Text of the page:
Western Intelligence and the Collapse of the Soviet Union, 1980-1990: Ten Years That Did Not Shake the World

Western Intelligence and the Collapse of the Soviet Union, 1980-1990: Ten Years That Did Not Shake the World

Western Intelligence and the Collapse of the Soviet Union, 1980-1990: Ten Years That Did Not Shake the World

Western Intelligence and the Collapse of the Soviet Union, 1980-1990: Ten Years That Did Not Shake the World

Synopsis

During the 1980s Western intelligence services spent about $40 billion each year. They certainly proved the oxymoron to be true. The Soviet Union collapsed but no-one knew! In much the same way the World Trade Center towers were destroyed. This volume offers a scathing criticism of Western intelligence.

Excerpt

When the worst terrorist atrocity in American history occurred on 11 September 2001, the intelligence agencies of the United States and most of the Western world were taken completely by surprise. Ten years earlier, in 1991, those same organizations were surprised when the Soviet Union collapsed, although they invested enormous resources in intelligence and waged a campaign against the Soviets across the entire globe.

This book sets out to explain why Western intelligence failed to diagnose the Soviet Union's terminal condition, despite the many obvious symptoms, and, worse, why the intelligence agencies failed to convey what they did know and did assess correctly to the political echelon.

Although the collapse of the Soviet Union in 1991 and the terrorist actions against the United States in 2001 were very different events, we thought it would be useful to analyze, albeit in abbreviated form, why the intelligence agencies failed to foresee and preempt what President George W. Bush called “a declaration of war on America.” The last chapter of the book deals with that.

In the course of gathering material for this book, dozens of people were interviewed: government officials, academics and intelligence personnel. Most were from the United States and Russia, the others from Britain, Germany, France and Israel. The interviewees included foreign ministers, intelligence chiefs and experts on the Soviet Union and communism. Written material was also used, including biographies of the secretaries of state in the 1980s, as well as classified documents released by the Central Intelligence Agency and the National Intelligence Council, the body responsible for national evaluation in the United States.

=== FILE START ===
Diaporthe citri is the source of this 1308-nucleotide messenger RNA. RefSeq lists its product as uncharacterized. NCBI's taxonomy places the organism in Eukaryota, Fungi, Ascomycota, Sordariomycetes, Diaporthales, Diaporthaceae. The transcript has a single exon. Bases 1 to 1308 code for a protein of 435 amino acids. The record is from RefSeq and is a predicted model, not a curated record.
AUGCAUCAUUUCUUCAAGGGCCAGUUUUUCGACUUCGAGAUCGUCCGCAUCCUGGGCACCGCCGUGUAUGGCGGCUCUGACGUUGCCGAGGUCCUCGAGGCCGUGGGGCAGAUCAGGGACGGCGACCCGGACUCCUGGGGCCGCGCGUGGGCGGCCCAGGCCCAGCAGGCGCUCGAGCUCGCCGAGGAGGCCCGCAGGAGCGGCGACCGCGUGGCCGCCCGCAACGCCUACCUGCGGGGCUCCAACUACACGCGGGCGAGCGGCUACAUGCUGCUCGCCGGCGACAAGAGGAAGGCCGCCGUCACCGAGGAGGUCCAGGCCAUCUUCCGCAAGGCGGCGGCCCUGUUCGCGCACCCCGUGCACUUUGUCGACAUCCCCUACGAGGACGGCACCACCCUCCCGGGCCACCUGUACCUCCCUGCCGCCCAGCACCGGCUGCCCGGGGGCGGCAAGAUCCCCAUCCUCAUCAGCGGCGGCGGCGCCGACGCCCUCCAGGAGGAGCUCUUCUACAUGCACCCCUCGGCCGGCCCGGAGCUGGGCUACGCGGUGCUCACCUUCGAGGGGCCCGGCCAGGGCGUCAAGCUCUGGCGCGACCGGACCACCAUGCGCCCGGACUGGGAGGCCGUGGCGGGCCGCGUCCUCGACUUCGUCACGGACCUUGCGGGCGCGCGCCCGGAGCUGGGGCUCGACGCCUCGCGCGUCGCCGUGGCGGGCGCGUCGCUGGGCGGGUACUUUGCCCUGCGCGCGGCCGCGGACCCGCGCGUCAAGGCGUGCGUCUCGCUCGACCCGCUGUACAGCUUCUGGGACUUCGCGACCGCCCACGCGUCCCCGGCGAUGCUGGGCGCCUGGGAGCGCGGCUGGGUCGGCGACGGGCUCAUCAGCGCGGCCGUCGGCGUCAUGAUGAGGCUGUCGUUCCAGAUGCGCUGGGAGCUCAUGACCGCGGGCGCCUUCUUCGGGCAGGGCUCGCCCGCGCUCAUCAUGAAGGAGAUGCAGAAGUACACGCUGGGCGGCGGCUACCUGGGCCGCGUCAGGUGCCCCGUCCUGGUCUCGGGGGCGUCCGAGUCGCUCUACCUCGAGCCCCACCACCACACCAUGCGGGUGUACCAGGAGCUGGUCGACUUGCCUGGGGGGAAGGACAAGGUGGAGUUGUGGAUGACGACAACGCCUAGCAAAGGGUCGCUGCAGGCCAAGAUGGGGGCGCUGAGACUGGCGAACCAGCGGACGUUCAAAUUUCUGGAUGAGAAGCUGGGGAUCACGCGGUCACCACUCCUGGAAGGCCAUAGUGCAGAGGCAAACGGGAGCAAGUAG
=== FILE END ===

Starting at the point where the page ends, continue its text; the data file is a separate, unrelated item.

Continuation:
Despite this abundance of source material, we have not produced an academic book. It is rather an attempt to share with our readers, in jargon-free language, the impressions the authors gained from their interviewees, many of whom played key roles in the last decade of the Cold War, and the trends that emerge from the CIA documents on the relevant topics.

Every one of the interviewees readily admitted to having been surprised by the collapse of the Soviet Union. They differed only in the reasons they gave for their blindness. Clearly the capacity to understand historic turning points as they occur is limited, however sophisticated the intelligence-gathering machinery at work.

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